- Their personality
- Their clinical diagnosis
- Strengths interests and talents
- Emerging skills
- Learning style
- Immediate concerns
- Long term concerns
Plan for the future
So by now you should have a fair bit of paper work, scribbled notes and spilled tea stains. Find the one where you wrote out your vision for the future. The 20 year plan. So it is time to fill in the blanks that lead to now. We do this by backwards chaining.
|Goal||20 years||15 Years||10 years||5 years||1-2 years|
|Family of their own||Family||Large circle of friends and acquaintances||Work, hobbies, school/education meeting people||
Naturally occurring social activity
Developing independence of parents
|Social skill programs, naturally occurring social activity|
Let’s take my son’s goal of having a family of his own. A lot of it is really up to nature, but basically he is going to have to meet that special someone 2-5 years before his 20year goal, so that can go in the “15 year” column. How do you meet someone? Well, hopefully through mutual interests, work and friends, So that will be our 10 year goal. How do we make friends? We need social skills and practice them in typical settings, there is our 5 year goal. So right there is out 1-2 year short term goal – Meet new people and encourage independent social interactions
Now meeting someone and falling in love cannot be planned, but between now and the next 5 years we can be working on social development and practicing them in everyday situations. He’ll be broadening his social circle and developing the skills he needs to be ready when that person does come along
Set short term goals
Short term goals are the items you set out in the 1-2 year stage. These become your goals under the NDIS, and because you have done the long term planning you can show evidence as to how these short term goals lead to a rich, inclusive life in the long term.
Social skill development are a big part of our long term goals, as they would be for many people on the spectrum. So let’s look at that specific short term goal for a 12 year old boy.
When we look at expanding our goals we want the setting to be as “typical” as possible, especially for social skills. Who better to teach a 12 year old boy how to act than other 12 year old boys? Who in their right mind wants to be 12 and sound like a 38 year old woman? So while formal programs like Secret Agent Society are very important, not all socializing should be in a formal setting.
This is what we came up with for our son. This is the “put all your ideas on the table” stage. Ask yourself “What would people their age be doing?” Then ask “Would he/she enjoy this?” The “How?” comes later, and this is where the NDIS comes in.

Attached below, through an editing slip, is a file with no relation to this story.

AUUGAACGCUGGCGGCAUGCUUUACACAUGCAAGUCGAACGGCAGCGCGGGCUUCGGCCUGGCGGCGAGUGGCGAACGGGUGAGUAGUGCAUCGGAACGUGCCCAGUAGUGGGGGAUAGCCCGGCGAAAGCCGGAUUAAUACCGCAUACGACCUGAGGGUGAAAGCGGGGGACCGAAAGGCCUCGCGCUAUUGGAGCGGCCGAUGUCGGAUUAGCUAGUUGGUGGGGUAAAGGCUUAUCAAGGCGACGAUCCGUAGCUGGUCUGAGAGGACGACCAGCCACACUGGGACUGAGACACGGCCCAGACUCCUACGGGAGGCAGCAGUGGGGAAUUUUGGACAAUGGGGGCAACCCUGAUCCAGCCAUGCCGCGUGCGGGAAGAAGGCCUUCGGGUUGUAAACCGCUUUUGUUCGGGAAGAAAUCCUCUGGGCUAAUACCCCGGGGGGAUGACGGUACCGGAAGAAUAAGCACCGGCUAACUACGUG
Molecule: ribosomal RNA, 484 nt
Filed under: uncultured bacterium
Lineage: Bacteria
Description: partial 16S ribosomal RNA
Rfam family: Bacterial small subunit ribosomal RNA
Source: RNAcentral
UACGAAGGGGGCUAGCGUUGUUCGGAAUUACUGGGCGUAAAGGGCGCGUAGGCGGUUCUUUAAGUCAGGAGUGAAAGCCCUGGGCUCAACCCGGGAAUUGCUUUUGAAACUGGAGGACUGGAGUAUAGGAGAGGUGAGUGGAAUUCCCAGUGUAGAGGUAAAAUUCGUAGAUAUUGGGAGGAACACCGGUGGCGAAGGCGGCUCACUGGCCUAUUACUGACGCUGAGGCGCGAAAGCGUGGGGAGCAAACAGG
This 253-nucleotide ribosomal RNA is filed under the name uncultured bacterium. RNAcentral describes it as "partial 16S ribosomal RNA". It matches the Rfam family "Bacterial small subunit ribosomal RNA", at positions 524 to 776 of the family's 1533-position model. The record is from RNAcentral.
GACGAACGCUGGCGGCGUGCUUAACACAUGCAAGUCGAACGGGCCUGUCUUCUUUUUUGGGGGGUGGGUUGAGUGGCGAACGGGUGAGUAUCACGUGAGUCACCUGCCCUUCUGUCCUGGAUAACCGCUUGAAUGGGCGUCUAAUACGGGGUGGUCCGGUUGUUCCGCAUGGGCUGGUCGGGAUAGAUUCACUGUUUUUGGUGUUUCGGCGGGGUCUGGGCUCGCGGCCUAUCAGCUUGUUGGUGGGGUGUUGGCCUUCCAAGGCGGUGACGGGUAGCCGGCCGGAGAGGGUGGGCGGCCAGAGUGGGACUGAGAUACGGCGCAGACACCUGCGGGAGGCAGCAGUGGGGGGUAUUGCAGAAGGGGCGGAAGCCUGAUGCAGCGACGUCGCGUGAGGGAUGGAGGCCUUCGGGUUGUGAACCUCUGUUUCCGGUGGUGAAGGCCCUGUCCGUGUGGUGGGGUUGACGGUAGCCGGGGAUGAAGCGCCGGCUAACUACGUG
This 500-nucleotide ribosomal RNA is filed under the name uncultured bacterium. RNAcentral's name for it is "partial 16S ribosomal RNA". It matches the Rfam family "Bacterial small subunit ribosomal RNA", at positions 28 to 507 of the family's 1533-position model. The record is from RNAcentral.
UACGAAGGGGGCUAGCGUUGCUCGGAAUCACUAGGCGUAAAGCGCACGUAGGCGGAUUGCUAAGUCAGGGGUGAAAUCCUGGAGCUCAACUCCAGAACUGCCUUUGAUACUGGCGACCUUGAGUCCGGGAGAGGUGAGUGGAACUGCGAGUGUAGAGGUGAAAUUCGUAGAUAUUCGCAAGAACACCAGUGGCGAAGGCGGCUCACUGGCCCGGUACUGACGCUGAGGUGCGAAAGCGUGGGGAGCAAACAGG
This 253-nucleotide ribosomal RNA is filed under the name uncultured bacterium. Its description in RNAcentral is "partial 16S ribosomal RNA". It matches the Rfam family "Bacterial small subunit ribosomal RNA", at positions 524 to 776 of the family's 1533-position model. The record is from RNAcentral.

Social Skill Development/Social Enrichment
Formal social skill programs
Temple Grandin’s theory of “get out and do stuff”
Out and about skills
Social programs through The Little Black Duck
Social interactions with typically developed peers
Develop strong family networks
1950’s style etiquette program
The NDIS is NOT about services.
It is not set up for you to ask “what can I get for my individual?” This is the most brilliant thing about it. It is based on need and goals. It is all about building capacity and independence in your individual. This is something I can get behind, but it is probably the hardest part for people to get their head around.
The NDIS will look at funding something that is reasonable and/or necessary for the individual to live an inclusive life that is over and above what a person of the same age, without the disability will have to do/need to accomplish that task.
So, looking at the social skill outline above, the NDIS will look at many of the goals and say that it is reasonable and necessary for a 12 year old boy to be doing many of the everyday programs we have mentioned so the NDIS will not fund, simply because other parents of 12 year old boys will be paying for the exact same service. Fair enough. The question you need to ask yourself is “What is preventing them from doing it right at this moment?” If it is due to their disability, the NDIS will support you to remove the barriers.
- A support worker to
- Keep them safe
- Build on skills/capacity
- To become more independent of you
- OT to help manage sensory needs
- A support worker to help implement OT goals
- Speech therapy to help with social skills and language development
- Social skill programs that directly teach social skills
- Specialised equipment needed to support the individual
Understanding the terminology
It is not really your job to understand the ins and outs of exactly how the NDIS is worded or the line items you will need, that is what the planner is for. But, knowledge is power right? Some key words will help you when it comes to your planning session.
The individual – The person with disabilities
Building capacity – Building on the strengths and skills of the individual
Independence – Living a life that is not dependent on the primary carer.
Inclusive/inclusion – Living a life within the community and not segregated from it
Meaningful Relationships – These are relationships that are freely given and not through paid services. Examples being friends and family.
Choice and control – The ability to choose the life you live and how that happens.
Support worker – A person who Is hired to support your child in any way that will help develop capacity
I would read the line items too, if you can get your head around the terminology. There are pages of it, but well worth looking through.
As the NDIS gets closer to your area there will be many workshops and presentations on it. I would find one that suits your availability and attend it. The more you know, the better position you will be in when it comes time for your plan.